Some of you may already be familiar with BC’s Civil Resolution Tribunal (CRT). The CRT can help you resolve certain disputes quickly in a variety of different ways. In this blog post, we will cover some of the basics. When can you use the CRT? What in the world is a solution explorer? We’ve gathered this information from their website so you can have a better grasp of what to expect from the CRT.
What kind of things can the CRT help you with?
The CRT can help you try to resolve small claims disputes under $5,000 and strata (condominium) disputes of any amount. For more information on the specifics of either of these types of disputes, visit the jurisdiction page on the CRT’s website.
How does it work?
Here is the process you follow if you have a dispute that you think falls within the guidelines of the CRT:
1. The Solution Explorer:
You must start here. The Solution Explorer is an online resource that will walk you through your issue and help determine the best path for you to take. It has information and tools that may help you resolve your dispute before making a claim. The CRT has a 3-minute video that shows how to use this tool. If you can’t resolve the issue using the Solution Explorer, then you can start the Tribunal Process.
2. The Tribunal Process:
This is a multi-step process and disputes may be resolved at any stage. The steps below are a bare-bones guideline. If you want more detailed information, please visit the CRT website.
Filing a dispute – First, submit an application for dispute resolution. After that you pay a fee. Then, you will receive a dispute notification package, which will outline your next steps. Remember that you should have all the necessary information before you start your application (because you can’t save your application mid-way through).
Responding to a dispute – If you receive a Dispute Notice from someone (you can receive this notice in a variety of ways), you must respond and follow the timelines set out in the form. You then must wait for the CRT to contact you before negotiation begins.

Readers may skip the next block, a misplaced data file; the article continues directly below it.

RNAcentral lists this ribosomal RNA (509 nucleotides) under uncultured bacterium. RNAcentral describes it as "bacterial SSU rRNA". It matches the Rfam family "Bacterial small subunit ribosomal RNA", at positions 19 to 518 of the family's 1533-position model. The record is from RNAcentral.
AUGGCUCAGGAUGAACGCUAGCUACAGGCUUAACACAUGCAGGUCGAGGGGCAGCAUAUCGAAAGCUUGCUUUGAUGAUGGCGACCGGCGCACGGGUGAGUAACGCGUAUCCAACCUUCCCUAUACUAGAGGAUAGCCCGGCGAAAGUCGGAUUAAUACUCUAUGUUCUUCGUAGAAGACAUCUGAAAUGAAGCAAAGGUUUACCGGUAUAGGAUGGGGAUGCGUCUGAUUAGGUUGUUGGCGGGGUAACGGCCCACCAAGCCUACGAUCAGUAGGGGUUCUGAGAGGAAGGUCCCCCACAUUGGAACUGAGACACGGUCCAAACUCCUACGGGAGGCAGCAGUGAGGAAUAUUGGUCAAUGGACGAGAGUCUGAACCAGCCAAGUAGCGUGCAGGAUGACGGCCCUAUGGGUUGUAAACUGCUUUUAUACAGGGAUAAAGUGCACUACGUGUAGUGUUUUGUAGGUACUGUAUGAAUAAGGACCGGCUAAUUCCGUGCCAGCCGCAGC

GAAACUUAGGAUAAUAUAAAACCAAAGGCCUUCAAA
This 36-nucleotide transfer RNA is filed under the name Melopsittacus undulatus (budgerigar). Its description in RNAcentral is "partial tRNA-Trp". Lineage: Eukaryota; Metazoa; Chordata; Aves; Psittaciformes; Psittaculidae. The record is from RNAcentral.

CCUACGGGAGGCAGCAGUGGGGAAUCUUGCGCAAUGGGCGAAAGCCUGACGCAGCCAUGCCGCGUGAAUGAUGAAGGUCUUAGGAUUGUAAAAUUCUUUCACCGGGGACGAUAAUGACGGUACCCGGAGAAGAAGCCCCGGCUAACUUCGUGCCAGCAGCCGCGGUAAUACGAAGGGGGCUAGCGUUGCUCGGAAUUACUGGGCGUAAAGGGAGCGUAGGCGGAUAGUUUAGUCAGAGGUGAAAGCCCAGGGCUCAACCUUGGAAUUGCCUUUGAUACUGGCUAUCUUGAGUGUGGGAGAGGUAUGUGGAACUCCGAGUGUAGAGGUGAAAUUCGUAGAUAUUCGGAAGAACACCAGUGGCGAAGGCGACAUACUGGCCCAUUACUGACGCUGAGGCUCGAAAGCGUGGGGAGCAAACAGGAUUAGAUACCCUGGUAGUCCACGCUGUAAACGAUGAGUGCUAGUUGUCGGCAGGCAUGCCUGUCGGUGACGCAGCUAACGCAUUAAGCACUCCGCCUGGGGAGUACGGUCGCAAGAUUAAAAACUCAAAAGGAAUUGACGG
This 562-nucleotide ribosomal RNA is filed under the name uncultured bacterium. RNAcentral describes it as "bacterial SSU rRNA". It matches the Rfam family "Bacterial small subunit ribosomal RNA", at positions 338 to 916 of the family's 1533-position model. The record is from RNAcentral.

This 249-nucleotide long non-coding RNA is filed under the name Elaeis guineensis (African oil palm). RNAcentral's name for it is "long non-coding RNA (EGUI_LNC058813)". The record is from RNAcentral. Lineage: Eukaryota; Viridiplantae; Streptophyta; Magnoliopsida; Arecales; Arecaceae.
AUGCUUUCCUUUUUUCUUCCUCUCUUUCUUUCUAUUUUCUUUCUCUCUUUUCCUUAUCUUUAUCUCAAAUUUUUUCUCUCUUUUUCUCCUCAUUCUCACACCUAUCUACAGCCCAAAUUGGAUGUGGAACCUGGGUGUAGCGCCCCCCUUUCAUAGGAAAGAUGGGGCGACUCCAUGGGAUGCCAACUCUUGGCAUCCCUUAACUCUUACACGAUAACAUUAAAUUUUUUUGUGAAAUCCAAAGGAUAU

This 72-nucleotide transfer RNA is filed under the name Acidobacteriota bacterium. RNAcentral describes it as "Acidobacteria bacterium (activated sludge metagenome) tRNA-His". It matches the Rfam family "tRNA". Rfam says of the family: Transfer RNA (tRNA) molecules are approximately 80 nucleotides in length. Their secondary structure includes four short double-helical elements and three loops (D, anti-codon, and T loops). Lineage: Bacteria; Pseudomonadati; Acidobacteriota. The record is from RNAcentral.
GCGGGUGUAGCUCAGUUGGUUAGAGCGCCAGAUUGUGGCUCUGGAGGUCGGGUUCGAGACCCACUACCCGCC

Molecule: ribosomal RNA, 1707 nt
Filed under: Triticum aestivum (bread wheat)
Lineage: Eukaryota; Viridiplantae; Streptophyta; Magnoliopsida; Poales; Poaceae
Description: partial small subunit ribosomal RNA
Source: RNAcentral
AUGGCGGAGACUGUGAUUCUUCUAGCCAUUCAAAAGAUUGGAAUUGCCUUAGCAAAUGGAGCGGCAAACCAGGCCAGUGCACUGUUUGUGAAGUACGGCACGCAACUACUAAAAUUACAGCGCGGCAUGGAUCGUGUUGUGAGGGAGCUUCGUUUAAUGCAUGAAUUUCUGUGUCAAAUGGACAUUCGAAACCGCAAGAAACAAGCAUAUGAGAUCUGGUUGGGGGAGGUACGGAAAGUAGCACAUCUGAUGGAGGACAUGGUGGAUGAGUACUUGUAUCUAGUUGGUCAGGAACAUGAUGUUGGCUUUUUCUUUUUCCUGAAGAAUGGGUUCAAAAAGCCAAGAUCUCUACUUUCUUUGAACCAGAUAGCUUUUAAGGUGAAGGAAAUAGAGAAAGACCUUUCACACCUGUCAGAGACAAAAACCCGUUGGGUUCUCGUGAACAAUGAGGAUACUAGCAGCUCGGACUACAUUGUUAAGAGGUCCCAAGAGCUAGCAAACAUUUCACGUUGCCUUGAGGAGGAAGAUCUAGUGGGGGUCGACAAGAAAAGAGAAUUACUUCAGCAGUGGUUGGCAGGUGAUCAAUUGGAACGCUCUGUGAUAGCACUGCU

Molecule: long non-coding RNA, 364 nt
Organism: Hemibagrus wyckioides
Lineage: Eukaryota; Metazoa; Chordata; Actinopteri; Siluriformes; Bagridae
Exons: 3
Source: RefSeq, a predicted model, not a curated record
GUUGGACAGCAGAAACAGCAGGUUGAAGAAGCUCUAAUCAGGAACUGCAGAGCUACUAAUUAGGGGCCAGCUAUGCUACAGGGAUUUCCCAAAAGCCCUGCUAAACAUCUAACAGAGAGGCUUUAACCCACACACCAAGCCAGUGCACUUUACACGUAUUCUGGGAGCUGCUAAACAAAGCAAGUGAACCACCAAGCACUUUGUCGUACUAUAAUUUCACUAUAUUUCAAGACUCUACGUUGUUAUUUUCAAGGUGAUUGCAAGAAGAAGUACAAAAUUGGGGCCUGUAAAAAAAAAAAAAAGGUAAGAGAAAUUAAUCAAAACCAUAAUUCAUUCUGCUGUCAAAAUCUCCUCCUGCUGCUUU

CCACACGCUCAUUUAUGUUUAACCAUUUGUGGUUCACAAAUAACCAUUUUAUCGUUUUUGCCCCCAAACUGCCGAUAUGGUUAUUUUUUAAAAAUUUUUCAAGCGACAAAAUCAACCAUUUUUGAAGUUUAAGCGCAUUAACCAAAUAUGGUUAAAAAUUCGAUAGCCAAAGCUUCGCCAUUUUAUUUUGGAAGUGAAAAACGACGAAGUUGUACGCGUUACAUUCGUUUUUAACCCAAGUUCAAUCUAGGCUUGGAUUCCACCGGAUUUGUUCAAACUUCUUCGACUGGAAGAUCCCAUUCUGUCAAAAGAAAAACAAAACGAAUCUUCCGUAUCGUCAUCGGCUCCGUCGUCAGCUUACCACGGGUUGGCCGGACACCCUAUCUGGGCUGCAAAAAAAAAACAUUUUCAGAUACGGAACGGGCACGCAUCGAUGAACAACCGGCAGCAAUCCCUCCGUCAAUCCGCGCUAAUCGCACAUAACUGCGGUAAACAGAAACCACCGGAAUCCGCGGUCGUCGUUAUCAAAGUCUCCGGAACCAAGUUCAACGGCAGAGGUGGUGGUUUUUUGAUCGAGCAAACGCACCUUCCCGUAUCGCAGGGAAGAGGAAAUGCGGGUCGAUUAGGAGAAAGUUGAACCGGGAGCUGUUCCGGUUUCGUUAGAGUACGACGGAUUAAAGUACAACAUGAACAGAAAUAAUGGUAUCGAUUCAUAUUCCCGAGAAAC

Negotiation – This step allows you to negotiate with the other party and potentially end the dispute. It is the fastest and cheapest way to resolve your issue.
Facilitation – If you can’t resolve the issue using the steps above, a dispute resolution expert steps in and acts as a neutral facilitator. Each side provides evidence to support their position.
The Tribunal Decision Process – You use this step if you can’t resolve your dispute during negotiation or facilitation. One of the CRT’s tribunal members will look at the evidence and make a final decision. The CRT member may also make orders for the parties to pay money or do certain things.
3. How the process ends:
After you receive your CRT tribunal decision, your options depend on whether you have a strata dispute or a small claims dispute. It also depends on whether or not you agree with the decision. The CRT has more comprehensive information on their website about what happens after you receive a decision from them.
Where to go for more information
If you have any questions about the CRT, visit their website. They have a lot of information available. If you still can’t find what you’re looking for, you may be interested in contacting the CRT directly.
About Consumer Protection BC
We are responsible for regulating specific industries and certain consumer transactions in British Columbia. If your concern is captured under the laws we enforce, we will use all the tools at our disposal to assist you. If we can’t help you directly, we will be happy to provide you with as much information as possible. Depending on your concern, another organization may be the ones to speak to; other times, court or legal assistance may be the best option. Visit our website at www.consumerprotectionbc.ca for more information.